How WikiLeaks Matters
Posted on Harvard Business Review: December 8, 2010 12:06 PM
Rather than seeing WikiLeaks through the lens of morality or national security, let's look at it through an institutional lens. To those of you who've been reading this blog for a while, that may be second nature. But to the newcomers, let me explain what I mean.
Perhaps the most basic economic institution is GDP. And unfortunately, it's also one of the most in need of radical institutional innovation. So at the Cancun climate talks, one country has already committed to updating it for the 21st century — by including the costs of environmental damage to make the numbers a little more meaningful. That country? Not America, the UK, or France — but India.
When GDP's updated to reflect environmental costs, so must be corporate income statements — otherwise, the math simply won't work. The informational basis of the economy will be altered. Customers, investors, and regulators will have more and better information. In turn — and here's the crucial part — India's likely to be able to create the future: stuff that's globally hypercompetitive, because it's lean, clean, and green, igniting a new basis for export-led growth, and, more than likely, offering better sources of advantage.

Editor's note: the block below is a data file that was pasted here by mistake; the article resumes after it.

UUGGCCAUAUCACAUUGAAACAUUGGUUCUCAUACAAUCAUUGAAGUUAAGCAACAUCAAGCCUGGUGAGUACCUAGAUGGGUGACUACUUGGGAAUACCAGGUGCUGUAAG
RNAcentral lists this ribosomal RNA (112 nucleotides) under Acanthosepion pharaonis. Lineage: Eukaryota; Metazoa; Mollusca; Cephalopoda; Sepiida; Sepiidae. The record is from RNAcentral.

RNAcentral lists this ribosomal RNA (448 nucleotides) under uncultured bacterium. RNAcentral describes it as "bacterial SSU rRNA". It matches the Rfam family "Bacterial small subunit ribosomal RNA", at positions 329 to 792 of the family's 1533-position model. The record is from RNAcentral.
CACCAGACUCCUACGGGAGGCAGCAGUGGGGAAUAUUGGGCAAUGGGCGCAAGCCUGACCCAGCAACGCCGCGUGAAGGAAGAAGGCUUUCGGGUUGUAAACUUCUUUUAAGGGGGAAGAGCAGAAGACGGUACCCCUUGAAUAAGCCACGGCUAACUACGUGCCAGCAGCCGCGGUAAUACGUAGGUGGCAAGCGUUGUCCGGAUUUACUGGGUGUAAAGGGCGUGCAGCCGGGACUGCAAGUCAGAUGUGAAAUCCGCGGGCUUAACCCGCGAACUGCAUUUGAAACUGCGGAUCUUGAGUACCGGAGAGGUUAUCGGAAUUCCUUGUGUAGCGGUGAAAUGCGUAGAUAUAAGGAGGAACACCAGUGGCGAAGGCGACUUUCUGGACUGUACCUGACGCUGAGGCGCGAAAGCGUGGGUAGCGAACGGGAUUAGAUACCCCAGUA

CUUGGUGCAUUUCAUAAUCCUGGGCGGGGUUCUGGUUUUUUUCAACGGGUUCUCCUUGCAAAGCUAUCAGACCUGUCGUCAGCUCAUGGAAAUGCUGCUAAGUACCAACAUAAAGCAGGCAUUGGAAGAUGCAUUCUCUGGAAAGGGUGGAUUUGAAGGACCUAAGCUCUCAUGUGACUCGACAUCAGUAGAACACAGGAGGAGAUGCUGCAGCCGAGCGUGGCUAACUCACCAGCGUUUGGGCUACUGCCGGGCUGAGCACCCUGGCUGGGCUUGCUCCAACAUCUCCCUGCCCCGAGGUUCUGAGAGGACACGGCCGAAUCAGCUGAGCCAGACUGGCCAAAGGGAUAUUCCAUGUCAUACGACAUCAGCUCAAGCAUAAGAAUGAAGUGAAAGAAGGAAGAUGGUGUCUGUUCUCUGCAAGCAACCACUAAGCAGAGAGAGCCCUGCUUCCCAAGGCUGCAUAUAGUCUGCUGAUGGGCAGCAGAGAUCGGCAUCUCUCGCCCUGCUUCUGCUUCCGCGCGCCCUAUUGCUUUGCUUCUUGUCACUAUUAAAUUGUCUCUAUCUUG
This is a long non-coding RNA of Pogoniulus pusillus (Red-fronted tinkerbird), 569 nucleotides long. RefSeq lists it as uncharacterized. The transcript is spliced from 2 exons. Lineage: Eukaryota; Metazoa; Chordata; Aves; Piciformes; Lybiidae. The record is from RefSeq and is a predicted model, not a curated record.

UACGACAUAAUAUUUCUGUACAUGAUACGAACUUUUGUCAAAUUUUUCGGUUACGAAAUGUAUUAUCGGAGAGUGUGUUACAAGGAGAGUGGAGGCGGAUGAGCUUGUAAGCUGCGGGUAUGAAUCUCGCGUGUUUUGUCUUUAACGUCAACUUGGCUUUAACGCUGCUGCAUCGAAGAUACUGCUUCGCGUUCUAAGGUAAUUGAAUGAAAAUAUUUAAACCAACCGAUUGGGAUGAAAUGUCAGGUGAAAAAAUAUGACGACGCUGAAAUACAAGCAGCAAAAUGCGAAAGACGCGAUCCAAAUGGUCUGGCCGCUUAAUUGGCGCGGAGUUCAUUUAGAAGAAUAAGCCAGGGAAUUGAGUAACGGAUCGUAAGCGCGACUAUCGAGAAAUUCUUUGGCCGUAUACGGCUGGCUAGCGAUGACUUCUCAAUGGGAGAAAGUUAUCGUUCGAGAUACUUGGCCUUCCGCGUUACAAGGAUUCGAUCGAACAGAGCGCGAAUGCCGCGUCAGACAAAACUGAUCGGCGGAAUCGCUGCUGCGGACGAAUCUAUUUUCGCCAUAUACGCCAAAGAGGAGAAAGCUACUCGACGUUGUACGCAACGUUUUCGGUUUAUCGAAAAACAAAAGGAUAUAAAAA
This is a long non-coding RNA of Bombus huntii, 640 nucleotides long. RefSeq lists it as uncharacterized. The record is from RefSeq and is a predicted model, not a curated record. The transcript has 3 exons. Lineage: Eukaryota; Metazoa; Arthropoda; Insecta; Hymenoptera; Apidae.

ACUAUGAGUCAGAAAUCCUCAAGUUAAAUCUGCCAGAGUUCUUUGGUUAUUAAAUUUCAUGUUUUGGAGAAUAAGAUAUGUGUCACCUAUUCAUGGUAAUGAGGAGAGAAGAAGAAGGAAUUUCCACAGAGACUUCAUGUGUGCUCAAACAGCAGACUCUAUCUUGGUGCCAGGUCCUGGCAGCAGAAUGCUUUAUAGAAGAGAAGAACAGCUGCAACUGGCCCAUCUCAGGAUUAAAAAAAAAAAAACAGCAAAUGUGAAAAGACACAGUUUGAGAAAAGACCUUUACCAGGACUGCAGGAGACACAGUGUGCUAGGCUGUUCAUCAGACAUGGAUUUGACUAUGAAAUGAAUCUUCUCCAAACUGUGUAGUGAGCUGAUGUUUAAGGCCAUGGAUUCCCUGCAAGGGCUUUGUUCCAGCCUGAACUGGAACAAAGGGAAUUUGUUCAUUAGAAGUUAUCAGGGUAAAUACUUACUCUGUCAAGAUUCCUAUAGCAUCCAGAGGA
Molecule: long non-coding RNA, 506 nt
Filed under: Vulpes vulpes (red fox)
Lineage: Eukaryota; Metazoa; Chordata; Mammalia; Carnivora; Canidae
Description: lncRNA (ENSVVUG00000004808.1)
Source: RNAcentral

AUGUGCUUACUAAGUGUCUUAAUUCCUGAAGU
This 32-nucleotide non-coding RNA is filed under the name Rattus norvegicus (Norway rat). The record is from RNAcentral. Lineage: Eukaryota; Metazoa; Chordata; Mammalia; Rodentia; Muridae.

Now let's go back to the much-maligned WikiLeaks. From an economic perspective, its goal is much the same as India's updated GDP 2.0: more, better information, faster.
Consider just how moribund yesterday's institutions are when it comes to information collecting and sharing. Take transparency in corporations. It's built on a set of institutions crafted in and for the industrial age — like annual and quarterly reports. Four times a year, boardrooms publish updates to their accounts, and once a year, a hefty report explaining and discussing them.